Hemp State Highlight: North Carolina puts out big welcome mat for hemp industry

(This is the first installment in a series that will look at the hemp markets in U.S. states over the next few months. Other installments: North DakotaOregon and Vermont.)

By Kristen Nichols

Dozens of states are slowly experimenting with industrial hemp cultivation and processing, authorizing limited tests through land-grant universities. Not North Carolina.

North Carolina has gone all in on hemp, which state officials see as a natural fit for an economy once dominated by tobacco farming and textile manufacturing.

North Carolina is finishing its first hemp-growing season with more hemp growers, more acres in hemp and more hemp processors than any other state in its first year of hemp production.

“We’re just getting geared up,” said David Schmitt, chief operating officer for Industrial Hemp Manufacturing, which produces CBD oil and processes hemp fiber in Spring Hope, N.C.

North Carolina’s hemp enthusiasm makes the state a natural launching point for a closer examination by Marijuana Business Daily, which is bolstering news and analysis of the burgeoning hemp and CBD markets.

Here’s what you need to know about North Carolina’s hemp market.

Industry snapshot 

As of this year, North Carolina has:

  • 97 licensed hemp growers
  • 1,930 outdoor acres under cultivation
  • 159,000 square feet of indoor greenhouse cultivation
  • 19 licensed processors, mostly producing CBD oil

With a flexible no-deadline application process, no acreage minimum or maximum, and a regulatory scheme that allows hemp growers to pursue any end product for their crops, North Carolina has seen strong interest from farmers wanting to grow the plant and entrepreneurs interested in processing it.

North Carolina allows hemp to be used for:

  • CBD extraction
  • Seed or seed oil
  • Fiber

As in other hemp states, the initial value for growers in North Carolina seems to be in CBD oil extraction.

Market considerations

Though prices vary by state and there is no official tracking of hemp commodity prices by any standard exchange, North Carolina hemp growers report the market is fetching:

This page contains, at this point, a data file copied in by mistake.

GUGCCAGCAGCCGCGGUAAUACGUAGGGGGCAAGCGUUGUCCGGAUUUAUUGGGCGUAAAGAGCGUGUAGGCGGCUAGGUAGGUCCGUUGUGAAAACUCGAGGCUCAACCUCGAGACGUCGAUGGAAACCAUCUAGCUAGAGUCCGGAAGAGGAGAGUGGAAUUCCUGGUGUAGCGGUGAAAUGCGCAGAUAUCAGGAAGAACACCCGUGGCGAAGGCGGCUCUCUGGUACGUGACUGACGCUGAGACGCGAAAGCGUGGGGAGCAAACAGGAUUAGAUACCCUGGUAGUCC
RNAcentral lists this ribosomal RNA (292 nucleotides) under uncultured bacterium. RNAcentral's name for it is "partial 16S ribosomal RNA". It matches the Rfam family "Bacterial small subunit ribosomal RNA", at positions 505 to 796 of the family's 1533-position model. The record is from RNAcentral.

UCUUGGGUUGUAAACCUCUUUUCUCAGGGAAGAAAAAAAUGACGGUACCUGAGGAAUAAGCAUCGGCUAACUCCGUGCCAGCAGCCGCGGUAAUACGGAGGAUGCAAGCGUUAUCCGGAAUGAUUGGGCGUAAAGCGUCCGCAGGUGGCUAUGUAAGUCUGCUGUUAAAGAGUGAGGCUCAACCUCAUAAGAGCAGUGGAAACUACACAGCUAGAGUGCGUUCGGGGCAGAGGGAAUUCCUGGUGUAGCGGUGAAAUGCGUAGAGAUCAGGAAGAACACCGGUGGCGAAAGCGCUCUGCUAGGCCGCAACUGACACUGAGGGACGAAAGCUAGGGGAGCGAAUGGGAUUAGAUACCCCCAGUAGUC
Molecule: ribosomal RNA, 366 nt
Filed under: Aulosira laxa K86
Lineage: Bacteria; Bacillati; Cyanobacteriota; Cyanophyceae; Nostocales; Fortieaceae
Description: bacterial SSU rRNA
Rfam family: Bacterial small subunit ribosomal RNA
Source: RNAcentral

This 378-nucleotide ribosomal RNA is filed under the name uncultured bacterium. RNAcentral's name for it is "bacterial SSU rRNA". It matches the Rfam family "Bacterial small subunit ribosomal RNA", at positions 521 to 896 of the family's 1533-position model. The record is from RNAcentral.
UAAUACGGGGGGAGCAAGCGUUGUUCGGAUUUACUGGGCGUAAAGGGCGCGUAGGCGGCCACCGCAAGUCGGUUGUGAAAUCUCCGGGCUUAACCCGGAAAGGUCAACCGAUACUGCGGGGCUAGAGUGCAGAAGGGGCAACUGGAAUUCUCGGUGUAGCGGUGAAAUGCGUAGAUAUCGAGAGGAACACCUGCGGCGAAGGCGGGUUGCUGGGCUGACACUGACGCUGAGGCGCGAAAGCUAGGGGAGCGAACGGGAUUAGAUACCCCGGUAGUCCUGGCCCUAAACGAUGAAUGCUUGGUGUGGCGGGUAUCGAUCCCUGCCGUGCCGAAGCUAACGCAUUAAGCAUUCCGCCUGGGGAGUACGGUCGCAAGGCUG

• About $20-$30 per pound of dried flowers or buds for use in CBD extraction, more if the plant CBD content is high. Yields are highly variable, but a healthy hemp plant can yield about a pound of such material.
  • Less than $1 per pound for seeds to be eaten as food products.
  • About 10 cents a pound for stalks to be turned into fiber
  • About 10 cents a pound for seeds intended to be pressed for seed oil.

“The strongest market right now is for hemp floral material. Realistically right now there’s no market for fiber,” said Scott Propheter, CEO of Criticality, a hemp processor in northeastern North Carolina.

Growing pains

North Carolina’s first year wasn’t without any glitches – some natural and some manmade.

“We lost some acres due to heavy rains,” said Burt Eure, who is working on developing hemp seeds at his White Hat Seed Farm in Hartford, in northeastern North Carolina. “The jury’s still out trying to find the variety that’s going to work for us.”

Some growers were also plagued by “weed control issues and pest issues,” damaging their entire first hemp crop, said Sandy Stewart, Research Stations Director for the North Carolina Department of Agriculture and vice chairman of the N.C. Industrial Hemp Commission.

In addition, North Carolina saw isolated thefts from hemp fields, likely from folks who confused hemp with marijuana. Sheriff’s officers in Edgecombe County stepped up patrols of area hemp farms after they arrested five people in September on charges of trespassing or theft.

Looking ahead

North Carolina is likely to modify how it regulates hemp in coming years, Stewart said.

He told growers, for example, to prepare for possible application deadlines. Last year the program got started too late to give growers a deadline, but that will likely change, he said.

Stewart and others agreed that hemp participation in North Carolina is going to increase next year, maybe even double.

“I think you’re going to see some big growth,” Propheter said.